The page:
A well crafted landscape design proposal is essential for clarifying all the details of a project and winning clients. It serves multiple purposes:
- Assuring prospective clients you’re able to deliver the landscaping services they want
- Explaining exactly how their project will be completed
- Setting out the schedule for the landscaping process
- Explaining your payment terms
The outline of a landscape proposal
If you’re not writing professional proposals, other landscape designers are and it’s likely you’re losing work to another landscape company. Fortunately, a landscape design proposal follows a simple format. It’s possible to write one that you can adapt for reuse on future landscape projects. Each landscape design proposal template should include the following:
Your proposal needs to open with a one-page letter introducing you and your landscaping services to the prospective client. You should address the project you’re bidding for, outline the landscape design for the property and answer any questions posed by the client.
This part of the proposal outlines the design in specific terms. The theme is discussed along with the elements that will be used in the landscape you are designing. The objective gives an overview of the project while showing the client how you plan to solve their problem.
The scope section of the proposal identifies the specifications and deliverables for the job. Write down all the details of the project's tasks and how you intend to go about them, including the kinds of plants to be used, space between, how many, and when they will be planted.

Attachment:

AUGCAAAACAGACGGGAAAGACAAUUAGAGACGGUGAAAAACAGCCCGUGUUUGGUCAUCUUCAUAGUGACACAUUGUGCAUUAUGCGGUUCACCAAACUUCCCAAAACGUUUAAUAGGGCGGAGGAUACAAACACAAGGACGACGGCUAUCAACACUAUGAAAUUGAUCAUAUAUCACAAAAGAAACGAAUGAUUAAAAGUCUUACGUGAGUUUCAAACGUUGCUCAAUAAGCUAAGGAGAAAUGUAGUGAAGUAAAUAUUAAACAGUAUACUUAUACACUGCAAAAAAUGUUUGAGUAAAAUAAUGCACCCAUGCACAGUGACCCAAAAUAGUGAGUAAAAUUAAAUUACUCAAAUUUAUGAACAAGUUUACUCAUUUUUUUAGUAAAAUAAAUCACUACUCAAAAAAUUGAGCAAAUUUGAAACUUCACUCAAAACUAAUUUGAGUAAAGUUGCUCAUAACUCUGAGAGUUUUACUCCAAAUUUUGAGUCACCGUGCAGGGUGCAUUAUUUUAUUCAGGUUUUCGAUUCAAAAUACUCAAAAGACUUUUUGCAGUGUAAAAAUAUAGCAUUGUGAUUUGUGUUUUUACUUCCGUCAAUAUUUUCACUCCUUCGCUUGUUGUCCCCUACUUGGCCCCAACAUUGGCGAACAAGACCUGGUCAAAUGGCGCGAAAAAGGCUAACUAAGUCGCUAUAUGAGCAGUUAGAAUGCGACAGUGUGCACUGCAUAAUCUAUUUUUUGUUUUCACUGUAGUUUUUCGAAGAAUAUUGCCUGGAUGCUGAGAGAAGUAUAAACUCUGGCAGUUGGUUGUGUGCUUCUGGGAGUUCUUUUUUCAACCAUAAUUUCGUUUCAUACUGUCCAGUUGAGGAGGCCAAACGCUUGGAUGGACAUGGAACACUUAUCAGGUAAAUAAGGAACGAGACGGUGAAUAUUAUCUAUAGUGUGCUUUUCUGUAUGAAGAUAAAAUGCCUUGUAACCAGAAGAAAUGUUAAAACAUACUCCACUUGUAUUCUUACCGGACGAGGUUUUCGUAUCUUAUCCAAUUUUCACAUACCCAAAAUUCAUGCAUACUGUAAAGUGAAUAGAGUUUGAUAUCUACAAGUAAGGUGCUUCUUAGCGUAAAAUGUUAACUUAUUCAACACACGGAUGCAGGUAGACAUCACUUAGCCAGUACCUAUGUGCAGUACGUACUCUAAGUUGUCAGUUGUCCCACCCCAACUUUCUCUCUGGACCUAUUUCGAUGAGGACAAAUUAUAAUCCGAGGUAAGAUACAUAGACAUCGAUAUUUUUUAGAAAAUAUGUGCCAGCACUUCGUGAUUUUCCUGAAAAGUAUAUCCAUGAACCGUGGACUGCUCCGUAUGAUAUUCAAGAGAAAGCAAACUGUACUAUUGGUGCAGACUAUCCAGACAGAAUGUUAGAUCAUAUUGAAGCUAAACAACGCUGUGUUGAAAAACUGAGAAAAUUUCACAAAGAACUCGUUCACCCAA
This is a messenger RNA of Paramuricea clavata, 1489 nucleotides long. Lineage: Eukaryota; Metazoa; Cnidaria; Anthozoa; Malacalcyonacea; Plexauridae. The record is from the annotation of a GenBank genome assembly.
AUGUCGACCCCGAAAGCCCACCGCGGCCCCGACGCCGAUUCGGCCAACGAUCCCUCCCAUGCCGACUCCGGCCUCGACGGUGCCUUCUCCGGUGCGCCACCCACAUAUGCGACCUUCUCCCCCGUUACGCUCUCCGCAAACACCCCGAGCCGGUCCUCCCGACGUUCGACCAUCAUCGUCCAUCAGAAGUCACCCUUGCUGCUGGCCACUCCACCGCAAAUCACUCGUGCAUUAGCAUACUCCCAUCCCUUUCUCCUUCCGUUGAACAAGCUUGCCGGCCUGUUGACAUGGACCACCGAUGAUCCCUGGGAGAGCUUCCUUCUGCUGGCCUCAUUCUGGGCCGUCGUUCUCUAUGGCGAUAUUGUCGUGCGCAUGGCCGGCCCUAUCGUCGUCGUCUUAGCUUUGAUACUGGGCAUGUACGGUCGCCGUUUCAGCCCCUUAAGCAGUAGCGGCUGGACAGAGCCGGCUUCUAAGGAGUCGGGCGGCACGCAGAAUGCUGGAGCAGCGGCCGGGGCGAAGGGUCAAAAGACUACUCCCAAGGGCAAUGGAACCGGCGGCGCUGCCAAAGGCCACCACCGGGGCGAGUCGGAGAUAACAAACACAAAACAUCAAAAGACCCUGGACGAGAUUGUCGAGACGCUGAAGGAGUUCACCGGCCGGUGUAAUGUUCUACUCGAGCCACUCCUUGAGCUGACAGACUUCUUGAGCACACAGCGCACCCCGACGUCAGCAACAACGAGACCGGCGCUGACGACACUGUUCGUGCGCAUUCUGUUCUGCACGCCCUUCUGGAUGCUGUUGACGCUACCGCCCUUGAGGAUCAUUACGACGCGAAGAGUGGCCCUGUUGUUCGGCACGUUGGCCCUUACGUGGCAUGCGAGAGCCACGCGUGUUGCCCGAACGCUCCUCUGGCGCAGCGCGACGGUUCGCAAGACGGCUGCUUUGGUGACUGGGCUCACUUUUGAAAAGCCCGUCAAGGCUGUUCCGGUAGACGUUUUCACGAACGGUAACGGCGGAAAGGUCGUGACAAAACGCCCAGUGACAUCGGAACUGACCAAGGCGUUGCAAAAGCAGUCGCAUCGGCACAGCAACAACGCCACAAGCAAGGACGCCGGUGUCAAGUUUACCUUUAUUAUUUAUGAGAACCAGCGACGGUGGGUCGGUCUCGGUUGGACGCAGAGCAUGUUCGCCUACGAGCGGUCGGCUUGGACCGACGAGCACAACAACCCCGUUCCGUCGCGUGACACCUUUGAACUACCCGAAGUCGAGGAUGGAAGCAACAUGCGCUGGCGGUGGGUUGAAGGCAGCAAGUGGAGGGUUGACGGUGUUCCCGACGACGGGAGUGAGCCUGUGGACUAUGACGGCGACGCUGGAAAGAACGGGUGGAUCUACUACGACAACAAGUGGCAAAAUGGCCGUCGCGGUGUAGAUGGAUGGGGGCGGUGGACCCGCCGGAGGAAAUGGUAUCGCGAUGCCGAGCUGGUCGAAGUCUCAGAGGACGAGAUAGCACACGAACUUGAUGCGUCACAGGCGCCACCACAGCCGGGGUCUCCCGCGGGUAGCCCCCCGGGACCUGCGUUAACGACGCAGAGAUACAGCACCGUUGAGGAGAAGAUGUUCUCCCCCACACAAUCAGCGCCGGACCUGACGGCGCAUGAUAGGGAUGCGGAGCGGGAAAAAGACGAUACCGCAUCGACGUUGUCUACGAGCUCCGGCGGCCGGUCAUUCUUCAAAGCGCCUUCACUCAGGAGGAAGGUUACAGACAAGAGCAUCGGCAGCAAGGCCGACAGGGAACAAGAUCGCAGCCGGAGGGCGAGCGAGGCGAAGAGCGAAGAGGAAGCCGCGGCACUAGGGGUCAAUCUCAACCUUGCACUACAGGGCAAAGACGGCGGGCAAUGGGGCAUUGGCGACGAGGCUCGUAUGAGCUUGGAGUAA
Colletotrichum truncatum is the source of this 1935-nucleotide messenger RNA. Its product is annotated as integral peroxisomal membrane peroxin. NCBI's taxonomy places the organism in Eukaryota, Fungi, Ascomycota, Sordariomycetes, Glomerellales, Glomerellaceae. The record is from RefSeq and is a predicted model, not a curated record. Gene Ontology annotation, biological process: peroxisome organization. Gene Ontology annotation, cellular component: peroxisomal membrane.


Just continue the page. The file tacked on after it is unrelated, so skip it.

Information about materials needed, fertilizers, irrigation, tools and special instructions for plant care can also be given here. It is best to go into detail to avoid misunderstanding and clarify all deliverables.
The landscape design project needs a set timeline for the important parts to be finished as well as stating when the entire job will be complete. Determine realistic working schedules by breaking down each task into days and hours. Make sure you allow extra time for complications or unforeseen occurrences during the work.
The entire cost of the project should be broken down to include all materials, equipment, overhead costs, your service charge, and any other cost that is vital to the project. Make sure you specify if tax is inclusive or not. Consistent and reasonable pricing methods can help win the client and assist you with your budget once the project starts.
Terms of Payment
Payment terms are one of the last things to include in your proposal before leading to the approval page. Payment terms vary from company to company, but 50% payment upon contract signing and the remaining 50% paid on project completion is not uncommon.
Payment terms should also include details of your preferred mode of payment (cash, bank transfer, or any other means) and how late payments will be managed.
How to make your own sample landscaping proposal template
When writing a landscaping proposal, starting with the objective and the scope of work is often easiest. Many landscape proposal templates start with the cover letter and move through each section in order, but there’s no need to write them this way when making your own proposal.
An effective proposal is one that wins you the work. This is best done by showing a thorough understanding of the landscaping project, the property, and emphasising your ability to carry out the job. Starting with the landscape design objective and scope of work lets you explore exactly what’s needed.
Information will change with each project, but the proposal structure will remain the same. Other elements can be written and reused to create your own proposal template.